AS a bit of a news junkie, I’ve found myself having to ration my exposure to TV current affairs, Twitter and breaking news in all its exhausting forms in recent years. It’s too easy to feel overwhelmed by what you are reading on a daily basis.
I’m not saying we should bury our heads in the sand, but letting the doors of your psyche open to all the breaking information the technology companies wish to push on you in a bid for your attention is a recipe for an unhealthy mind.
I’ve found that deleting the apps off my phone and turning off notifications is a good start.
Generally, I know I can get everything I need by reading the newspapers and listening to the radio every weekend.
For me, it’s about being in control of what I allow to colour my day and it’s not good for me, or my young children, if I’ve got my head buried in a smartphone letting a Covid outbreak in Australia cause me completely unnecessary stress on a Tuesday morning.
Don’t get me wrong, keeping the phone at bay is a weekly struggle. I can Instagram my meals as good as the next fella. But I’m trying.
With stress being the root of so much ill-health in the modern world, you’d wonder if society will one day view somebody staring endlessly at their phone in public the same way we’ve come to view someone smoking a cigarette.
Luckily, I’ve had my head and my mind completely out of the headlines this past week because I’m on annual leave. The joy of lobbing on the Out Of Office was particularly sweet this year. And with the silly season in full swing in the world of politics – anyone remember #Merriongate? – I took the opportunity to tune out completely and live like it was 1990 for a short, blissful time.
It was a case of Staycation, Once Again this year as we’ve been lucky enough to spend another summer holiday at home in lovely West Cork in what is becoming an annual pilgrimage.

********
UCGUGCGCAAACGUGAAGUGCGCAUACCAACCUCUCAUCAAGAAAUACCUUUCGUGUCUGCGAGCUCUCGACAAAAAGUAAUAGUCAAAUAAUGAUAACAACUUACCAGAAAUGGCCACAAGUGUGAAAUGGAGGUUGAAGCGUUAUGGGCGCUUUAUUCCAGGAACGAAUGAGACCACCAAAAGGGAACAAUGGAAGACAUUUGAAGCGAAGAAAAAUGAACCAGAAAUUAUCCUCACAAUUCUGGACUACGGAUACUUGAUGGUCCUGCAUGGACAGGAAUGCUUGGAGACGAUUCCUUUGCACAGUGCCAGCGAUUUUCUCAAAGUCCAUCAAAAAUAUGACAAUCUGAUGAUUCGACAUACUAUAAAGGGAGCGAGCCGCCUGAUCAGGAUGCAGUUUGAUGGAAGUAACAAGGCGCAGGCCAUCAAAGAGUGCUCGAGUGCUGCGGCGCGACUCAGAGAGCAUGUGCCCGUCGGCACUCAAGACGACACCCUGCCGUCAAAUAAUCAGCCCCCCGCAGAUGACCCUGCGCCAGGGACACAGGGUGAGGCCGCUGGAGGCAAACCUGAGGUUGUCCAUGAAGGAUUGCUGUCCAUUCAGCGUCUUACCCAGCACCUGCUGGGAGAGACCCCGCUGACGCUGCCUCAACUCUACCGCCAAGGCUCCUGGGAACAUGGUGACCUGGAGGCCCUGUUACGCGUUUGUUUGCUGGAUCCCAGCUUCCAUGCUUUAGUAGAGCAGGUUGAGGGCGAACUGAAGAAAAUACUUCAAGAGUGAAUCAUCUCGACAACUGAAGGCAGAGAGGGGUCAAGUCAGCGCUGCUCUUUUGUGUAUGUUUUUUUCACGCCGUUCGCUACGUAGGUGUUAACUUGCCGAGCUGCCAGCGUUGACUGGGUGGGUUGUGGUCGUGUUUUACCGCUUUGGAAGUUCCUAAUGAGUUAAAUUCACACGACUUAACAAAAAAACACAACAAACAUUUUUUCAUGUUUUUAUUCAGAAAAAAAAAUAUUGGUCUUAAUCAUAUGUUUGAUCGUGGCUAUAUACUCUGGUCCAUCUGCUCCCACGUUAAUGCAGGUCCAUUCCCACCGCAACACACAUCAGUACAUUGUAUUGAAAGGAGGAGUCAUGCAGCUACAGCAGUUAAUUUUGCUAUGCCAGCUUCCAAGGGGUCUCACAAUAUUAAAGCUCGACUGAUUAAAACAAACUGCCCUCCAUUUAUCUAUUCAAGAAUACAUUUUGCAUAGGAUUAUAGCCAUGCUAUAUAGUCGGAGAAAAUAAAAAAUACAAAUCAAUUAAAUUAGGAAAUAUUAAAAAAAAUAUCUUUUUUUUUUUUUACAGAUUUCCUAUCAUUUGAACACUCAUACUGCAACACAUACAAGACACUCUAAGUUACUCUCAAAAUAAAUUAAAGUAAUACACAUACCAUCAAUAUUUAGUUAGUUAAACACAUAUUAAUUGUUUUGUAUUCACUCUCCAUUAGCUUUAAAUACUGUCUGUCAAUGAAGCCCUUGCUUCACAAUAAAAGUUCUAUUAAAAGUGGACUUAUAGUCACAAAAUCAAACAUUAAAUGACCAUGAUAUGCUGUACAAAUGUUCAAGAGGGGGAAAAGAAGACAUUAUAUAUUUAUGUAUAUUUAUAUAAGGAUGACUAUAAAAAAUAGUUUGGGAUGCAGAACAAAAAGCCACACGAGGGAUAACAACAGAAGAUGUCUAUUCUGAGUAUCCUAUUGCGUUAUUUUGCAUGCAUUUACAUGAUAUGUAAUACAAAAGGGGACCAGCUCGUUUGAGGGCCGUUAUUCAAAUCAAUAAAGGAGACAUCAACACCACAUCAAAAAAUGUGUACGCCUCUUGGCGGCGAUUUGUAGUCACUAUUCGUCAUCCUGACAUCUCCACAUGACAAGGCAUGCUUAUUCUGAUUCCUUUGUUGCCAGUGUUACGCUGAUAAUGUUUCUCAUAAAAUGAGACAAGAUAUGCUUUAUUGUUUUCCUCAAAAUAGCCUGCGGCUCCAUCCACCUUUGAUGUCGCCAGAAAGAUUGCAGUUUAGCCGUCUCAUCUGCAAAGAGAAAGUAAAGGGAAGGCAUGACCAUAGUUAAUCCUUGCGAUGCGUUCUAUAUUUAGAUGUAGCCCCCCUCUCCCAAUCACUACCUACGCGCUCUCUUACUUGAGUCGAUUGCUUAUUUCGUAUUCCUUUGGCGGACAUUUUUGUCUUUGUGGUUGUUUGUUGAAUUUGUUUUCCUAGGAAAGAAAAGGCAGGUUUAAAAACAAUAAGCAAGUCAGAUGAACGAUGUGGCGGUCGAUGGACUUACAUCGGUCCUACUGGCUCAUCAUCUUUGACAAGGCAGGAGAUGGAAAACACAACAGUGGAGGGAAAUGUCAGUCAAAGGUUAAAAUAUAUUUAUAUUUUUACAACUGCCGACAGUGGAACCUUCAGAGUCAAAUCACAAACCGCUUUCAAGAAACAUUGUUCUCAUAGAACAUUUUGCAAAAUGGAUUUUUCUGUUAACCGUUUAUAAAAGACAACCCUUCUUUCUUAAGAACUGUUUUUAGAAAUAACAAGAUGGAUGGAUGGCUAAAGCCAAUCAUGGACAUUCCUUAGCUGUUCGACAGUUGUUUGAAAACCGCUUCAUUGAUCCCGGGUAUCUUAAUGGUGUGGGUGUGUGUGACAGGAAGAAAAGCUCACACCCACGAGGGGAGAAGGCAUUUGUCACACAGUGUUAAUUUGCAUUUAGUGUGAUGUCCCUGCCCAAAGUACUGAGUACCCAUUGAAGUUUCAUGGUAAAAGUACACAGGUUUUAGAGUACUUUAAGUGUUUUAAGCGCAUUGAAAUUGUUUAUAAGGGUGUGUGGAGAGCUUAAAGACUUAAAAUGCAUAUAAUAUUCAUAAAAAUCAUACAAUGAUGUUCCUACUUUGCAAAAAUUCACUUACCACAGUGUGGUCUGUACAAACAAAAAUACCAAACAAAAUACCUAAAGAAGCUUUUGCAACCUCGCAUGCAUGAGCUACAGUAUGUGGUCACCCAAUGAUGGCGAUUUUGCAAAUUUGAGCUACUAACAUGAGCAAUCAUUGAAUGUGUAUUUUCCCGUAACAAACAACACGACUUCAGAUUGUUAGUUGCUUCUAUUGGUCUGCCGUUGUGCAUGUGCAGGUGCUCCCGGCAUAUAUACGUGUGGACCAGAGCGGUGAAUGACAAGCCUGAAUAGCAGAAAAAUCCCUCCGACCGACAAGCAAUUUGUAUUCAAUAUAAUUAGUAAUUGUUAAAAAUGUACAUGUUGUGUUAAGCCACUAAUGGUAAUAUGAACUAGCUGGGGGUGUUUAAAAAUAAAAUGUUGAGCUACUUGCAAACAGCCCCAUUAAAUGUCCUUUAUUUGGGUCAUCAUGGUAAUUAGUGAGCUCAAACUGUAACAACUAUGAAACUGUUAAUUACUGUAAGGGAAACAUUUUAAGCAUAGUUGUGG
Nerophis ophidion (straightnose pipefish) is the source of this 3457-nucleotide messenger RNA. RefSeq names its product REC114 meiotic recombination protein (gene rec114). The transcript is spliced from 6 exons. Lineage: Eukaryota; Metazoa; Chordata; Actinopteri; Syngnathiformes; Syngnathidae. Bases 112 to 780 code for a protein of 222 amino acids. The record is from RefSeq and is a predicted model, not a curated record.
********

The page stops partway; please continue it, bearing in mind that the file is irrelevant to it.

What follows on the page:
There was so much to do with the smallies, delighted to see their cousins and hang out with their grandparents, and the parents too, desperate for a bit of fresh air and respite after a year of juggling remote work, family life and watching West Cork-based true crime documentaries in the midst of a global pandemic.
And what a time we had.
We saw a Minke whale and a pod of dolphins off the Seven Heads on a whale watching trip. We hiked the Glengarriff Woods Nature Reserve and took a dip in the Poolen by the waterfall.
We ate lunch in a converted filling station in Ballydehob.
One dreary afternoon, in a surprising alternative to Disneyland, the kids spent two hours happily observing the mullets swimming around in Rosscarbery Bay.
We had the finest food and wine in Timoleague, in a charming light-speckled courtyard – the closest thing we’ll get to Electric Picnic this year.
We spent many a morning on the beach in Red Strand, Ardfield, the beach I spent many childhood summers on, this time creating childhood memories with my own kids.
Of course, there was no food truck firing out crepes back in my day – there’s a positively Australian vibe around many of our beaches this year and we were damn glad of it the day we forgot the sambos.
And there was only the occasional trip to the toy shop in Clon, for peacekeeping reasons of course, when the rain got the better of us and walls were being climbed. And I didn’t even mention Fota Island, Barleycove, Drombeg Stone Circle, Three Castle Head, a pint in the drizzle in Crookhaven … It’s fair to say we covered more ground than Wally the Walrus.
It struck me how unambitious we had become over the years when it came to holidaying at home.
You get into well-worn routines. Familiarity dulls the imagination in many ways. You automatically default to the ‘holidays = sun’ equation.
But once you start to treat your own home place like a holiday destination, once you plan an itinerary and do a bit of online exploring to see what’s on offer, then I honestly don’t know why you’d be racking up the air miles to go anywhere else.
Of course, you can always use the weather as an excuse, but we found that there’s nothing a raincoat and a change of clothes can’t withstand.
And there has been plenty of commentary about the eye-watering prices of accommodation, but we were lucky enough to have a homeplace to base ourselves, which is free of charge as long as you are willing to empty the dishwasher and cook the odd barbecue.
The big question for Ireland’s tourism industry, though, is whether it can hold on to this new market, which has been captive these last few summers, but may soon start getting itchy feet once international travel gets back to normal.
Will we all be gagging to get back to the cheap sun holidays of old?
Or can our local product become competitive enough to keep us home a bit more?
I mean, if it’s good enough for Wally the Walrus ...!